How to save money on your next summer road trip

woman wearing rolled up jeans sticks her feet out of the car window while on road trip
June 08, 2017 | Maggie Jenkins

Summer is here and the time is right for a road trip.

Packing up the family truckster can be a fun, budget-friendly alternative to a big-ticket vacation abroad (though, if that’s your thing, you can definitely find ways to stick to your budget while traveling internationally).

It’s still important to be mindful of your spending, otherwise the costs for your once-thrifty road trip can start to add up. We’ve put together some cheap road trip tips to help you save money on the four major cost categories for your next highway getaway.


  • Pack your own snacks and drinks for the car, and even enjoy a picnic lunch at a rest area or park during one of your pit stops. Gas station goodies and fast food fare, while convenient, aren’t the most economical. 
  • If you absolutely must splurge on a gas station soda, opt for a fountain drink; they’re much cheaper than the plastic bottled variety.
  • Seek out coupons (or Groupons) for dining options around your final destination.


  • Before you hit the road, get a tuneup and make sure your tires are properly inflated. This can save you on gas money, and it will help provide peace of mind that your car can handle the miles ahead of you.
  • Pack as light as possible – the added weight can decrease your miles per gallon – and map your route in advance so you don’t waste time, energy and/or money getting lost. Need some help? Check out AAA’s TripTik travel planner. (As a backup, you might want to bring a good old fashioned paper map, especially if you’re traveling in rural areas where cell/GPS coverage can be spotty.)
  • Find the cheapest gas options with the GasBuddy app and avoid refueling in city centers where prices are almost always higher.
  • Watch out for lead foot syndrome. According to the Office of Transportation and Air Quality, cars reach the best fuel economy at 60 miles per hour. (They also estimate that every 5 miles per hour over 60 mph costs an additional 26 cents per gallon.) Use cruise control on the highway to help maintain a consistent speed.


  • If you’ll need to make an overnight stop en route to your final destination, find hotel deals before you leave rather than leaving it up to chance wherever you stop. Look for hotels with flexible cancellation policies (because you just never know), and if you’re traveling with a four-legged friend, make sure the hotel has a pet-friendly policy.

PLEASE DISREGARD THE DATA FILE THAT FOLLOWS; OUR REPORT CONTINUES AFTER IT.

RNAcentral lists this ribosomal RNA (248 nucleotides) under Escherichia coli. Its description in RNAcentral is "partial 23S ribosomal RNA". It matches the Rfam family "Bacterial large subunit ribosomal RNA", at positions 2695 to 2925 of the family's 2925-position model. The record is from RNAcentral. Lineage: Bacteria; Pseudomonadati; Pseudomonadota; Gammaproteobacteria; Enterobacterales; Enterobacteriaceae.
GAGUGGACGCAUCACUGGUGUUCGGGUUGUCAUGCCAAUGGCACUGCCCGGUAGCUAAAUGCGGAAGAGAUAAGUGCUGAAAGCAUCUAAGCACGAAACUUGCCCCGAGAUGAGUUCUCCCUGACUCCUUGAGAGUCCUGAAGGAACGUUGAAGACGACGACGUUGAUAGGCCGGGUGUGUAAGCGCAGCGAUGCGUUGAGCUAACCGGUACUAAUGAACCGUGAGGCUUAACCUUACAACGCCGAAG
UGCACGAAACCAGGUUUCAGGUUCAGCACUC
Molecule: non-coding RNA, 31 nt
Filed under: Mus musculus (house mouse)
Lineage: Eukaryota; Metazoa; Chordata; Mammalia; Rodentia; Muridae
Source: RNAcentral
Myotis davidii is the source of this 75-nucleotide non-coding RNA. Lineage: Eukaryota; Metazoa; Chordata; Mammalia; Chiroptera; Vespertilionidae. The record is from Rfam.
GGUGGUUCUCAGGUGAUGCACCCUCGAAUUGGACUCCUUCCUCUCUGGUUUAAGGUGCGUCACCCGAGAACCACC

• If you’re in a pinch and need a last-minute hotel, use an app like HotelTonight or Booking Now to find discounted day-of accommodations.
  • It’s summer, so why not forgo hotels altogether and find a scenic spot to camp? Or, you can look at Airbnb or VRBO options.
  • Oh, and don’t forget about parking! For example, driving to Chicago can be a great, relatively easy road trip from many places in the Midwest, but downtown hotels and certain Airbnb neighborhoods can gouge you on the parking prices.


  • Find free activities. The options abound: state and national parks, beaches, tourist attractions that don’t charge admission, etc.
  • In the summer, there are plenty of art shows, festivals and community concerts to choose from almost anywhere you travel.
  • If you’re planning to splurge on some paid excursions, do research beforehand and try to find deals like multi-museum passes or theme park admission coupons.

Maggie Jenkins is the PR and Social Media Specialist at Alliant. She began her career as a sports journalist for newspapers in Utica, N.Y., Des Moines and Cincinnati before moving to Chicago in 2009. Maggie is a six-time Chicago Marathon finisher and a lifelong creative writer with a passion for comedy. Her mom instilled in her a great sense of fiscal responsibility, and her big sister told her to throw that responsibility out the window every once in a while in the name of life experience. So far, that combination of financial advice has worked out pretty well for her.

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